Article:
Community Solar Governance: Institutional Design and Collective Choice Options: Implications for U.S. Markets

119 Pages Posted: 1 Sep 2021

See all articles by John Byrne

John Byrne

Center for Energy and Environmental Policy (CEEP), University of Delaware

Job Taminiau

Foundation for Renewable Energy & Environment

Joseph Nyangon, Ph.D.

Center for Energy and Environmental Policy (CEEP), University of Delaware

Thomas Benson

affiliation not provided to SSRN

Daniel Cristinzio

University of Delaware

Robert Ddamulira

affiliation not provided to SSRN

Date Written: June 30, 2021

Abstract

To assess market development, and governance and equity implications in detail, the research team investigates programs in California, Massachusetts, and New York. The analysis yields insight into the current and future operation of Community Clean Energy authorities (CCEs) in these three states. We estimate that the CCEs in operation in the three states in question now represent over 15 million people. In particular, we identify 471 cities, towns, and counties that have embarked on the community solar choice and CCE authority trajectory. For each state, we assess market conditions by evaluating solar sales, contracts, CCE coverage, and CCE market scale. We find that 55%+ of the Massachusetts population now resides in jurisdictions with active CCE efforts and the same is true for ~41% of the California population. Rapid growth of the CCE model is expected to continue in all three states. We find that CCEs spur substantial solar energy deployment. For example, we were able to examine 85 solar energy transactions by California CCEs that together exceed 3.8 GWp of solar capacity. Our analysis of governance and equity considerations finds that operational CCEs can be classified into two main types: a) a City/County model where individual municipalities embark on community-wide energy decision-making; and b) a joint powers agency (JPA) model where municipalities engage in a collaborative framework to make joint decisions affecting their energy futures. We find both models in all three states. We observe a tendency for JPA strategies to emerge after City/County models have been in operation in the state.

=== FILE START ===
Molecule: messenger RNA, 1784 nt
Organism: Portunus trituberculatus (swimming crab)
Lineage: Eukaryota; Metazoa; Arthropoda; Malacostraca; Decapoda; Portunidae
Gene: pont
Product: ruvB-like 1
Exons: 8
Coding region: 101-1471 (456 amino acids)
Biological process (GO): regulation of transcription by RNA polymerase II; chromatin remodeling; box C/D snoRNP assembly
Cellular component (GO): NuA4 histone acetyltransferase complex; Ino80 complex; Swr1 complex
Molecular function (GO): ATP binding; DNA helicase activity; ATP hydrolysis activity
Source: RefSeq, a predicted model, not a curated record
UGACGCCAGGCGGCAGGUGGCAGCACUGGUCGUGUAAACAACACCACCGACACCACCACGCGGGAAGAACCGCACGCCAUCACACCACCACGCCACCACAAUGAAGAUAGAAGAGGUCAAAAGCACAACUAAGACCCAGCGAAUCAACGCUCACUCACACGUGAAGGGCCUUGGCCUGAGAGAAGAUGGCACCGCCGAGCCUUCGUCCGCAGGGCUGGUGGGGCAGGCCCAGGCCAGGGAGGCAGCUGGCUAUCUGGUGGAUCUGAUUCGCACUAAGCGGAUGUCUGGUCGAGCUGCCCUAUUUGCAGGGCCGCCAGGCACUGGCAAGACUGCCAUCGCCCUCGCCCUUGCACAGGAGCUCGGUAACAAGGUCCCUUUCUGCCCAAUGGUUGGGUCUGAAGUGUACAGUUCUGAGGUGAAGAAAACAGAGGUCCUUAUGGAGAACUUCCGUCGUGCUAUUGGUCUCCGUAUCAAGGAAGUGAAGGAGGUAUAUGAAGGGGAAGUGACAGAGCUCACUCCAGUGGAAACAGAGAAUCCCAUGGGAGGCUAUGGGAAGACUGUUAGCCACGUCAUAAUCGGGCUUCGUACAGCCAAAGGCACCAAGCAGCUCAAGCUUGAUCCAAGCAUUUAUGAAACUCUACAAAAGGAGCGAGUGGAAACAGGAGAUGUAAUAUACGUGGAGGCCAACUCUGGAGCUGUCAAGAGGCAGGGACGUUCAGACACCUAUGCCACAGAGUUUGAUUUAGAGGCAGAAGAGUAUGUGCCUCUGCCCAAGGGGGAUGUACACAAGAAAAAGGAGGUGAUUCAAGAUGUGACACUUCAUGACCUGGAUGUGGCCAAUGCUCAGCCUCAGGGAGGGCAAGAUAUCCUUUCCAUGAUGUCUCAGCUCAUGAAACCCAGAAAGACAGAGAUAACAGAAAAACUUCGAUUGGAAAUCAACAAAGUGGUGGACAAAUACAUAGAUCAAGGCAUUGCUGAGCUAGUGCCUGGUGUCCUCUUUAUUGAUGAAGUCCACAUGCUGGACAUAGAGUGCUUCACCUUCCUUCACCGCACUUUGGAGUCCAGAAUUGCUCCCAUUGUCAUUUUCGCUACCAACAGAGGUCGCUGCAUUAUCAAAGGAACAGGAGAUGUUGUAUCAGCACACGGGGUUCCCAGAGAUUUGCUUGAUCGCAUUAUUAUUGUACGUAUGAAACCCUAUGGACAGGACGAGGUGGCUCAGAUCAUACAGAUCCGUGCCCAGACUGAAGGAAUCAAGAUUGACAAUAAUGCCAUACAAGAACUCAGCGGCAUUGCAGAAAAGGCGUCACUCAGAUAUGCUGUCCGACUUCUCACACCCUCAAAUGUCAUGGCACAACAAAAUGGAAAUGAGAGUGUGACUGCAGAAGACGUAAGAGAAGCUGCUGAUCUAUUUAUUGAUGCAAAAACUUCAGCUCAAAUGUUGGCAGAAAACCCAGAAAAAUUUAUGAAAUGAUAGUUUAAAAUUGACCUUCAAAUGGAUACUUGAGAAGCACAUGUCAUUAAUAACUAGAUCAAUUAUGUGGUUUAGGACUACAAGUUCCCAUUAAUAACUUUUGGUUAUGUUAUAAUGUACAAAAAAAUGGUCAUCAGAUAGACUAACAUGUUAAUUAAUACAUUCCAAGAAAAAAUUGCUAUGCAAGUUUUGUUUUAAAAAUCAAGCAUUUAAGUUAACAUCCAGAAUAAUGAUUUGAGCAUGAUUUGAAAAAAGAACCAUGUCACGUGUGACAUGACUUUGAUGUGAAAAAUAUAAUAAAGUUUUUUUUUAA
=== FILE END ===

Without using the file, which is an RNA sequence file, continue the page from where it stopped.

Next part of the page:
We further find that larger, more mature CCE efforts typically emphasize a more sophisticated level of community inputs. CCEs are realizing lower solar-generated electricity prices compared to incumbent utility offerings. The benefits are often explicitly shared with low- and moderate- income families that receive, for instance, temporary relief due to emergencies like the COVID-19 pandemic and permanent discounts on their electricity bills through bill offsets and shared savings. CCEs in California, Massachusetts, and New York are earmarking solar energy deployment that directly serves LMI households through discounted electricity offerings. The solar energy programs and projects initiated by CCEs in the three states are managed and overseen by local governments. While the extent and depth of local government participation varies, we see evidence in all three states that local government oversight produces benefits for the community as a whole that would otherwise be unavailable in utility or private developer-based subscriber programs. CCE authorities provided rights and consumer protection not often found in utility and private developer-based subscriber models. This governance benefit leverages community-wide interests and power. The observed CCEs are engaged in a process of innovation where more and more services and functions are initiated in service to the community. No longer is it the case that these entities are solely motivated to deliver lower electricity prices for their community.

Keywords: Community solar, solar PV, energy governance, sustainable energy, solar choice

Suggested Citation

Byrne, John and Taminiau, Job and Nyangon, Joseph and Benson, Thomas and Cristinzio, Daniel and Ddamulira, Robert, Community Solar Governance: Institutional Design and Collective Choice Options: Implications for U.S. Markets (June 30, 2021). Available at SSRN: https://ssrn.com/abstract=3914111 or http://dx.doi.org/10.2139/ssrn.3914111

John Byrne

Center for Energy and Environmental Policy (CEEP), University of Delaware ( email )

278 Graham Hall
Newark, DE 19716
United States

Job Taminiau (Contact Author)

Foundation for Renewable Energy & Environment ( email )

630 5th Avenue
New York, NY 10111
United States

HOME PAGE: http://freefutures.org

Joseph Nyangon

Center for Energy and Environmental Policy (CEEP), University of Delaware ( email )

278 Graham Hall
Newark, DE 19716
United States

Thomas Benson

affiliation not provided to SSRN

Daniel Cristinzio

University of Delaware ( email )

Newark, DE 19711
United States

Robert Ddamulira

affiliation not provided to SSRN

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